Posted: March 9th, 2022
A. How could Jeff’s attitude toward social responsibility impact Perry’s strategy? Justify your rationale with support from course materials.
Jeff has a poor attitude towards social responsibility that needs to be addressed moving forward. Jeff has made it very clear that he does not believe in the success of “being green”. In addition to a negative attitude, he is adding stress to the situation which employees will notice. He needs to maintain a level-head. Jeff’s approach is similar to the framing bias where information is presented in a way that alters the final decision (Kethchen and Short, 2011, p. 336). Often times, the information will be presented in a more positive light to avoid a poor reaction (Kethchen and Short, 2011, p. 336). In this case, Jeff saw the information on a competitor’s website before anyone else could present the information in a better way. Seeing the raw information from the competitor sent Jeff into a spiral of worry and doubt. If employees were to see this, it could create panic and worry for them as well.
Moving forward, Jeff needs to have a better approach towards social responsibility by utilizing rational decision making. This process includes problem identification, establishment and weighing of decision criteria, generation and evaluation of alternatives, selection of the best alternative, decision implementation, and decision evaluation (Kethchen and Short, 2011, p. 331). By utilizing the process of rational decision making, it can help bring Jeff peace of mind and change the way he is viewing the information he has been presented.
B. Should Perry’s Printing respond to this new strategic plan published by their competitor? Why or why not? Justify your opinion with support from course materials.
In today’s society, it is a must to respond. Often times, a company’s silence is considered a response. Over the past 70 years that Perry’s Printing has been in business, the idea of “going green” has become more popular. Society is more focused on green companies and how a company can have a smaller carbon footprint than they were 70 years ago. Jeff needs to take time to understand the generation differences in today’s society. In doing so, business owners can have a better comprehension of the viewpoints that shape the behaviors of a variety of consumers (Kethchen and Short, 2011, p. 331). This response needs to be filtered through rational decision making as well in order to develop a well-thought-out response.
Jeff needs to look into the idea of going green and look at the positives and negatives. He needs to assess any alternative ideas and the repercussions that may follow. After following the 8 steps of rational decision making, Jeff will need to release a statement that will reflect Perry’s Printing in a positive light to the public that will be deemed acceptable with all generations. When Perry’s Printing releases a statement about their stance of “going green”, other companies may too feel pressured to follow. For competing companies who may not be able to afford these upgrades, they could potentially lose business for not contributing to the idea of “going green”.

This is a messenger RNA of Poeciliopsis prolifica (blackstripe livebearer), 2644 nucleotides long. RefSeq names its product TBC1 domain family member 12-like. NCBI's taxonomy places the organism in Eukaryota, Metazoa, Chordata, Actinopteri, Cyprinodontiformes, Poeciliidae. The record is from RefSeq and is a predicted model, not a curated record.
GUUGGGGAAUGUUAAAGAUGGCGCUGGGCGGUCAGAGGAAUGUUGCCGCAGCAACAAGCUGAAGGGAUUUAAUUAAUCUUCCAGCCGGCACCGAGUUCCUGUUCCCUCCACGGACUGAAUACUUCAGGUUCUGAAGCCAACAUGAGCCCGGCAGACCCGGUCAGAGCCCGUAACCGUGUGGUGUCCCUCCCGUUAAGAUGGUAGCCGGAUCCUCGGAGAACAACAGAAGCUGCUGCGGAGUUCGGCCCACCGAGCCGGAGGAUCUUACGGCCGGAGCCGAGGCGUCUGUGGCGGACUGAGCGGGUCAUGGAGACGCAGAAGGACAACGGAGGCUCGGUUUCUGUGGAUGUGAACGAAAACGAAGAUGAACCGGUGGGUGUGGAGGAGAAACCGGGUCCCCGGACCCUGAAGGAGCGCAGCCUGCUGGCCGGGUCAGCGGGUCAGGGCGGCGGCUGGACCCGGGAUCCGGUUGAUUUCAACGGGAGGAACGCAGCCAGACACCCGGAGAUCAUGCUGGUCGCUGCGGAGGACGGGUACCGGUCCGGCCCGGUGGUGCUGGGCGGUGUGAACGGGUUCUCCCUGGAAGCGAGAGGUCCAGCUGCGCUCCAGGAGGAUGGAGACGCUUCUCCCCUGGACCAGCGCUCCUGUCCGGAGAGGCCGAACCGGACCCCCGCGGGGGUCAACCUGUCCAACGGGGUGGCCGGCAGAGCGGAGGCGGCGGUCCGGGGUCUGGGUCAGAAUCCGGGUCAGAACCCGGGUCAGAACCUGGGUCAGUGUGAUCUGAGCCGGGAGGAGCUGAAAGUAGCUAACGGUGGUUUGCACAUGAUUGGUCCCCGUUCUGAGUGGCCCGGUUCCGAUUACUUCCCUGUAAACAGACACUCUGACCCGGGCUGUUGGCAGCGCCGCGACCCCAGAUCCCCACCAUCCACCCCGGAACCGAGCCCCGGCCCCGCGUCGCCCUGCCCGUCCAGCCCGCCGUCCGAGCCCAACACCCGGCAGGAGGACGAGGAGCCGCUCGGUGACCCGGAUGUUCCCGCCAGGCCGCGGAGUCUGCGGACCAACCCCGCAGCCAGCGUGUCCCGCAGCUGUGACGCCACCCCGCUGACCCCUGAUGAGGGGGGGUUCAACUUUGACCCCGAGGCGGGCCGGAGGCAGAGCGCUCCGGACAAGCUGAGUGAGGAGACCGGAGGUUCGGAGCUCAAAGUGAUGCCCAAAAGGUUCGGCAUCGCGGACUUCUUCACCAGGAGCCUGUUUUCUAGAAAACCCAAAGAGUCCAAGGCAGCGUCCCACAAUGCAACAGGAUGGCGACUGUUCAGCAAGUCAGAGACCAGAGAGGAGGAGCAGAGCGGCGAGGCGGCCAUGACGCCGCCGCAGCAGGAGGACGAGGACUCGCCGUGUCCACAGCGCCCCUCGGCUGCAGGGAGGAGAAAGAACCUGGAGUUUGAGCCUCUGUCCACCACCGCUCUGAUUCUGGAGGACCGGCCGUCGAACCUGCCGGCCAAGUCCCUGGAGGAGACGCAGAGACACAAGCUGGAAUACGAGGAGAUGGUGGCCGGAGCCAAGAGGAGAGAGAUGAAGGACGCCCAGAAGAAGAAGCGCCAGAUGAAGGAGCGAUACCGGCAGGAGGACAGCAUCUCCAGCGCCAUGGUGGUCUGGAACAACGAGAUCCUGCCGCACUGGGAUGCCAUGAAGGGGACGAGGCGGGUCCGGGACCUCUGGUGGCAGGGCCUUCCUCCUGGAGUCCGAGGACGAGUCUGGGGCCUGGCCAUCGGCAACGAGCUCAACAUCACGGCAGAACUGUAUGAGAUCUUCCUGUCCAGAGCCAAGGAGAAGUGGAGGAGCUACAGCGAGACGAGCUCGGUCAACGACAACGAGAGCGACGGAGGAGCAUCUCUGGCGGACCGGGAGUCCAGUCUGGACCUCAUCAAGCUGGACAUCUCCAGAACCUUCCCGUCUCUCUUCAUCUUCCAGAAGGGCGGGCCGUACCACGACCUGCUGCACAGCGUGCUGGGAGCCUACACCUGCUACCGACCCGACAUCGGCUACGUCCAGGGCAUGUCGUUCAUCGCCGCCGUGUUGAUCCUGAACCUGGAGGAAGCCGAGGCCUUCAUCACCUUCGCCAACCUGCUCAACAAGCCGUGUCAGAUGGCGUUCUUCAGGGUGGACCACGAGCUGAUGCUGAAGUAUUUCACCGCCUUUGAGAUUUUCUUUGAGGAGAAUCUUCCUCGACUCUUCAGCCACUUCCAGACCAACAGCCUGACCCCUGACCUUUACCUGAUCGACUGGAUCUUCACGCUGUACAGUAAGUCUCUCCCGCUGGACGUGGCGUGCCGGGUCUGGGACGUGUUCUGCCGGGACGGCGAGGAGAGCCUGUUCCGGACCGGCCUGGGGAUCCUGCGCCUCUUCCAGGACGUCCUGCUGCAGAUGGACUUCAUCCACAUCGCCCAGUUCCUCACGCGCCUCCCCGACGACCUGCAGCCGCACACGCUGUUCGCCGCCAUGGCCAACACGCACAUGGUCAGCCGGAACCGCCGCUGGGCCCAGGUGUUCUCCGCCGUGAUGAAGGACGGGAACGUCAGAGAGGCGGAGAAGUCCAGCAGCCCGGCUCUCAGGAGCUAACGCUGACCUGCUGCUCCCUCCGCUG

C. Porter identified one of the most commonly accepted definitions of strategy as “choosing a unique and valuable position, rooted in systems of activities that are difficult to match.” In other words, differentiation is the key to strategy. If all competitors are choosing sustainability as part of their processes, can sustainability really be a strategy? Support your opinion with course materials.
Sustainability is a strategy and should be included in strategy-making decisions (Czintoka, 2013). If competing companies can afford to constantly upgrade and evolve their business, it will force competing companies to do the same. If a company becomes drastically more advanced than a competitor, the competitor may be forced to close. The idea behind this strategy is to always look for “better” whether that means better sourcing, better pricing, better products, etc. The idea of sustainability is strategy on its own to fuel competition. If a company is worried about differentiation, they can take a step back and look at what they are selling and decide how to add more.
To be sustainable, companies must develop a proper approach to conserve resources and offer sustainable products (Czinkota, 2013). A way to create a unique and valuable position would be to offer on-site recycling for consumers to dispose of products that would otherwise end up in a landfill. Offering this to the public has the potential to bring in new customers. Again, an idea such as this would need to go through the cycle of rational decision making but this would allow the company to be in a unique position compared to its competitors. Given the recent announcement of Donovan’s Printing, Perry’s Printing will need to offer something more than what Donovan’s Printing announced to show uniqueness.
Czinkota, M. (2013, January 13). Global consumerism and Sustainability. Professor Michael Czinkota. Retrieved February 25, 2022, from http://michaelczinkota.com/2013/01/global-consumerism-and-sustainability/
Dave Ketchen and Jeremy Short. (2011). Mastering Strategic Management. Arlington, Virginia: Saylor Academy.
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